I have been a performer my whole life. At three years old I could smell a camera like a dog smells bacon. I was always “on”. Even in my room, by myself. I would  pretend like I was the star of a TV show. As I grew older, I found myself getting parts in plays and musicals. Solos at church. Making the audition choirs. A lot of times it was probably because I was the only child that didn’t have stage fright. In fact, I had back stage fright. From the age of three to the age of twenty-three, I have been on stage.

If no one can see my talents, do they exist? If no one shares in my victories, did they matter? If no one hears my voice, why speak?

For the first time in my life, I am backstage.

 

Being a mom requires me to be behind the scenes, often alone, away from the makeup and beautiful costumes. Away from the applause. There is no standing ovation awaiting a successful diaper change. (She did it without getting poop on her hands ladies and gentlemen, and the crowd goes wiiiiiiiild.)  There are no tears but my own after an emotional moody baby sucks out all the energy and joy I had. No roses. No “Break a leg!” before you go into the nursery to put the baby down for a nap.

I’ve been irritated with my darling husband lately. He is not as emotional as I am. So I often feel that I’m being ridiculous when I “lose it” after a hard day. He doesn’t spend as much time with Olson as I do because his role as a father is to be the provider right now. So he can’t understand all that I go through in a day no matter  how much I flail my arms and raise my voice to express my stresses and frustration.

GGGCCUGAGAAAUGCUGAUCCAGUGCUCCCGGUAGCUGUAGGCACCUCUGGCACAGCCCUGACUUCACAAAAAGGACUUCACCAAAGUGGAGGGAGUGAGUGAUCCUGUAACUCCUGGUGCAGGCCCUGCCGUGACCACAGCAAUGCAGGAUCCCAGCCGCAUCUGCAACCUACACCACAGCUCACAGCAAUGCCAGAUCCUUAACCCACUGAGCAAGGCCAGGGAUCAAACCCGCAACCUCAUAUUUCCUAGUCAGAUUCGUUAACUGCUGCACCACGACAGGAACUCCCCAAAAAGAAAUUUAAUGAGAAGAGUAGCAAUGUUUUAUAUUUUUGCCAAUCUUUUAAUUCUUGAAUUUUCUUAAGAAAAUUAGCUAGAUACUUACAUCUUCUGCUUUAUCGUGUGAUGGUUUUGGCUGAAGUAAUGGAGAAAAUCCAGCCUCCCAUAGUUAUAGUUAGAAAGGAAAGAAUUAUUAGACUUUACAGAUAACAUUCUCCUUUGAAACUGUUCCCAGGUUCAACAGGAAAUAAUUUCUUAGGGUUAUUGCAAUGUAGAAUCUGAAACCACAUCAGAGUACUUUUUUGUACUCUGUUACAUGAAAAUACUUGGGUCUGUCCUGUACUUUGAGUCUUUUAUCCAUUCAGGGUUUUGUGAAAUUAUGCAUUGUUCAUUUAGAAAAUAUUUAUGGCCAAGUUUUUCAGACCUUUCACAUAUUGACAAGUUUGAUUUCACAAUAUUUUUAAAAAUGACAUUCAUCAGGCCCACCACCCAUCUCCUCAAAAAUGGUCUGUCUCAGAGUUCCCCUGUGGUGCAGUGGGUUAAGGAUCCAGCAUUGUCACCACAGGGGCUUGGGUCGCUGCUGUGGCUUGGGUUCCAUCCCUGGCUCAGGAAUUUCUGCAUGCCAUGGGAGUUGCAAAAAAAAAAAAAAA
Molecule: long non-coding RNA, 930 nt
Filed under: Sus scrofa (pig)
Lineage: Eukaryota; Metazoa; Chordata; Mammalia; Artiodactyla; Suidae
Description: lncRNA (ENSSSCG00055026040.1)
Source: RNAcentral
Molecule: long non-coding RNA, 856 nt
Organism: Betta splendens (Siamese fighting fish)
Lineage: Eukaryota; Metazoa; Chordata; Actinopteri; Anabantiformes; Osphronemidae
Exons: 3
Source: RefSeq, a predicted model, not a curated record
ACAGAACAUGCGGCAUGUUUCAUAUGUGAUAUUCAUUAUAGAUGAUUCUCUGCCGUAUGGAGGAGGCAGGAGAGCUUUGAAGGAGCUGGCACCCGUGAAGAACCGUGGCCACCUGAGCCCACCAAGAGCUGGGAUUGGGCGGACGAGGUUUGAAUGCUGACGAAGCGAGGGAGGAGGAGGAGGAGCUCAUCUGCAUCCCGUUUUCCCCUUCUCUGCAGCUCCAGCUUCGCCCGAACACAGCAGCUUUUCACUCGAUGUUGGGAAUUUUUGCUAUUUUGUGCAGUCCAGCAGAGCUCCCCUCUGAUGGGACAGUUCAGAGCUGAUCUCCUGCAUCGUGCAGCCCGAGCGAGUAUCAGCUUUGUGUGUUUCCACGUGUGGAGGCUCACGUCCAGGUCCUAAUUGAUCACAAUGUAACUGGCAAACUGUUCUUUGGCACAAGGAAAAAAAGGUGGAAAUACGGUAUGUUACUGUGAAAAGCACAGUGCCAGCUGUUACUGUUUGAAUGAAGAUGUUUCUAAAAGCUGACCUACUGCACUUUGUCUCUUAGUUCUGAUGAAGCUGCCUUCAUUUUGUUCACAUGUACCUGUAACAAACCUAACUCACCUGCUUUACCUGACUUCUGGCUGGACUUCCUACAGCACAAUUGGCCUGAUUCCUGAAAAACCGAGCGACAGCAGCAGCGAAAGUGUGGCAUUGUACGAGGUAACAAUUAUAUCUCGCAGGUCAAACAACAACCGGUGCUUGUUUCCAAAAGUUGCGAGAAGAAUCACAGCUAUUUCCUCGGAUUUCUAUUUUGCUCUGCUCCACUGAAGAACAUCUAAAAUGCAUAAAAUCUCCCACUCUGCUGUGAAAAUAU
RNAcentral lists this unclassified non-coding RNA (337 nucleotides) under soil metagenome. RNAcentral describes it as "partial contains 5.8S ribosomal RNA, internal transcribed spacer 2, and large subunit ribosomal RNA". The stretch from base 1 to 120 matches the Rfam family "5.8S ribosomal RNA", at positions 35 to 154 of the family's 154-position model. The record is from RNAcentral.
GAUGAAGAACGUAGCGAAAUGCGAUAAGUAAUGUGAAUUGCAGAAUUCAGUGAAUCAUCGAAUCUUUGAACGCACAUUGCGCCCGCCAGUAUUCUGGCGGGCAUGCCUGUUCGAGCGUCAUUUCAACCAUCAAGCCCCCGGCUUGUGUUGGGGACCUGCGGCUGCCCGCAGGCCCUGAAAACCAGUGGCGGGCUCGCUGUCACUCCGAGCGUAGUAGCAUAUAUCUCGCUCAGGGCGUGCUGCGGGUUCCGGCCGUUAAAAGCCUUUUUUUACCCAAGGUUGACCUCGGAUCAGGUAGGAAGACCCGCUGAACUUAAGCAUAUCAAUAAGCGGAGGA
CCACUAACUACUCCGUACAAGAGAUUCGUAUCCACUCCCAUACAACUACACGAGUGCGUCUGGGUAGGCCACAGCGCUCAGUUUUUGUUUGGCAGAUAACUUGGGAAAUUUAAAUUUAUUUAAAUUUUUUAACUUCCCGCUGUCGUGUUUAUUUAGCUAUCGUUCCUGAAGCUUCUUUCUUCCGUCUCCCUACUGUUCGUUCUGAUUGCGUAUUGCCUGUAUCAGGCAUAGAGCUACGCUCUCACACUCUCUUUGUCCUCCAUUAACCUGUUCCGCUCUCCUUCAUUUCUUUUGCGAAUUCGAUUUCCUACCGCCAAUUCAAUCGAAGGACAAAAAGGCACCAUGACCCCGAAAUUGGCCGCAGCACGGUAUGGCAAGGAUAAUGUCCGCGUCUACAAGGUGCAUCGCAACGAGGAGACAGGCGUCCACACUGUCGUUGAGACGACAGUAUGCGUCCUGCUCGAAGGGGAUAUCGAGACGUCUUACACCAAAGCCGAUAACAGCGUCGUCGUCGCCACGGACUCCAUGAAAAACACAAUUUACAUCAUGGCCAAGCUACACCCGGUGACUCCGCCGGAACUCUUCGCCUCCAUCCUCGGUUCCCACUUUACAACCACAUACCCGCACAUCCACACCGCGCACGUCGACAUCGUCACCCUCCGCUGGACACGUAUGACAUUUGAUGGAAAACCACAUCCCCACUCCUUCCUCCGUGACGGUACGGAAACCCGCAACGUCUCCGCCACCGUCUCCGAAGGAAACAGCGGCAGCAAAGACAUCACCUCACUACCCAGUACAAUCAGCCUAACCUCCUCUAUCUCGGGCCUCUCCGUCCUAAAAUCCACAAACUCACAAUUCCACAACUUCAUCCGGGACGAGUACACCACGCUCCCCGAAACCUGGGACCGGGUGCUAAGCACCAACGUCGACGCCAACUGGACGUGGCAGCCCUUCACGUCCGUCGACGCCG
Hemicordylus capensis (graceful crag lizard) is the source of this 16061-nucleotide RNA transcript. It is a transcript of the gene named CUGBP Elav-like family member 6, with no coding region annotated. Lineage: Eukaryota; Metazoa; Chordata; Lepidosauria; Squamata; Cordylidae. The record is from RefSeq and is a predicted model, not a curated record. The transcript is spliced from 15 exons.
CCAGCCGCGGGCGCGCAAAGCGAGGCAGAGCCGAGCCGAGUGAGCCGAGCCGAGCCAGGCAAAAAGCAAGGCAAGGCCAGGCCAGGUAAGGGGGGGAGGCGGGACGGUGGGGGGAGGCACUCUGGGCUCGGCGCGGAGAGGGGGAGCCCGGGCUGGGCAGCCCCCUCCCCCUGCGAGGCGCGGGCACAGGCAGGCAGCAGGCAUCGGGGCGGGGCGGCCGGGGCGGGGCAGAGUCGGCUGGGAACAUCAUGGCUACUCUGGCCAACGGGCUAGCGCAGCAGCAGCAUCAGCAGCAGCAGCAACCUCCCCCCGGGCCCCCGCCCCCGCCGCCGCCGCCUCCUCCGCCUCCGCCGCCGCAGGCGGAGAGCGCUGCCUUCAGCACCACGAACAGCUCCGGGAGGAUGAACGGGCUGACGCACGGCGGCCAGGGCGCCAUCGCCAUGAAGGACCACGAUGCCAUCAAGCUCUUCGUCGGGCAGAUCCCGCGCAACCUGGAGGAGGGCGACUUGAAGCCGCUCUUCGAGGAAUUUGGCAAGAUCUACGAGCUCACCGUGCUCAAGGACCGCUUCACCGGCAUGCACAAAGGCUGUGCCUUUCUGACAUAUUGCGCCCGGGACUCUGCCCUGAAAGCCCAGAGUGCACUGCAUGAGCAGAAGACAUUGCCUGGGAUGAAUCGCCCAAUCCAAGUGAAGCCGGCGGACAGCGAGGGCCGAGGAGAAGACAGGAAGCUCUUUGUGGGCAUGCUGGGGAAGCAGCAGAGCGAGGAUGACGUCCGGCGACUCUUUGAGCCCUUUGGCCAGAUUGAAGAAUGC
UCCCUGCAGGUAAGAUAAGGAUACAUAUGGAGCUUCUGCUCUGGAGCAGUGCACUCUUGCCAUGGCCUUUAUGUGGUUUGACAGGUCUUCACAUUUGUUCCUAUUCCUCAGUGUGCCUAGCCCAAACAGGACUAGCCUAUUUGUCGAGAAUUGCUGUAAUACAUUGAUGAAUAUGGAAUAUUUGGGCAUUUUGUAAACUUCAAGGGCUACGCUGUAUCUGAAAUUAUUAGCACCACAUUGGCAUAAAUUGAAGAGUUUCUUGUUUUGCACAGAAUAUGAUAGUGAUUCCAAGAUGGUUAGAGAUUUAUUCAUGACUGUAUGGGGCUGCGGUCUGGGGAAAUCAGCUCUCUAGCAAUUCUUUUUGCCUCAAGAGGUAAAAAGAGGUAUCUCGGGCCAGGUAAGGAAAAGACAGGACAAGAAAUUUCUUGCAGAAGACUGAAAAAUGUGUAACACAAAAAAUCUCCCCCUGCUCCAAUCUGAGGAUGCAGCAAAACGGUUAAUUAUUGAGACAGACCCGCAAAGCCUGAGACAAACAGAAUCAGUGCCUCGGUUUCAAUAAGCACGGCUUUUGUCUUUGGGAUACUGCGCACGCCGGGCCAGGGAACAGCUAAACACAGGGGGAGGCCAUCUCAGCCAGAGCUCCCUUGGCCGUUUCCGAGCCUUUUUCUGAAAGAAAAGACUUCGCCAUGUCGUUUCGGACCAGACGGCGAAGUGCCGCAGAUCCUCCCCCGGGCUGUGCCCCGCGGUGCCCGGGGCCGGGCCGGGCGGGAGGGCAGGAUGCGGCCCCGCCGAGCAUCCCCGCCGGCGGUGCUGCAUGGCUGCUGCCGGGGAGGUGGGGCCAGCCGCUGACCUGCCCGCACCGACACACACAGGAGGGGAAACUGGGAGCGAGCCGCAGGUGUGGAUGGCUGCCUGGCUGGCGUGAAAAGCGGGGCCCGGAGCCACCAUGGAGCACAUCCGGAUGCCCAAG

YET, I KEEP TRYING.

Trying to explain to him what it’s like to be a mom. What it’s like to talk to only a baby for hours on end. What it’s like to spend an hour cooking a meal and only enjoy eating it for 10 minutes. To need to exercise desperately but also be desperately sleep deprived. To want to enjoy your child but also enjoy a clean organized home. To sweep the kitchen 3 or 4 times a day because your baby keeps eating any and every piece of crumb on the floor. To want to quit it all.

And I’ve had to face a very difficult truth. I don’t like being backstage. I don’t like dealing with my frustrations all by myself. I want others to see the pain I’m experiencing and comfort me. Especially my husband. I want him to know and acknowledge how hard I’m working and think I’m amazing. I want to impress him like I impress audiences. I want him to know that what I’m doing is meaningful like when I sing to the Lord and move the hearts of those watching.

I need affirmation. I need to be told that I’m doing well. Maybe it’s not enough that I think I’m doing well. I must find worth in what others think about me instead of finding my worth in who I was created to be.

It can’t be just that.

Oh wait.

It is.

I’ve struggled with caring too much of what others think of me my whole life. And now it’s seeped into my marriage and parenting.  Mommies definitely deserve sympathy and comfort from their husbands. Don’t get me wrong. But we can’t expect them to understand every detail of our day. That’s just not fair.

And it’s not healthy to live for an audience. This applies to so many areas of my life in addition to motherhood. I have to live in such a way that speaks louder of who I am than my own words or the approving words of others. And I have to be content with who I am even when my accomplishments go unnoticed and I wade through my grievances alone. I know the Lord hears me. He sees me.

And that is enough.

Maybe there will be a part two to this blog. A post in which I list all the ways to fix this flaw. For now though, I’m in a learning stage. And recognizing those flaws is the first step, right? 😉

 

 

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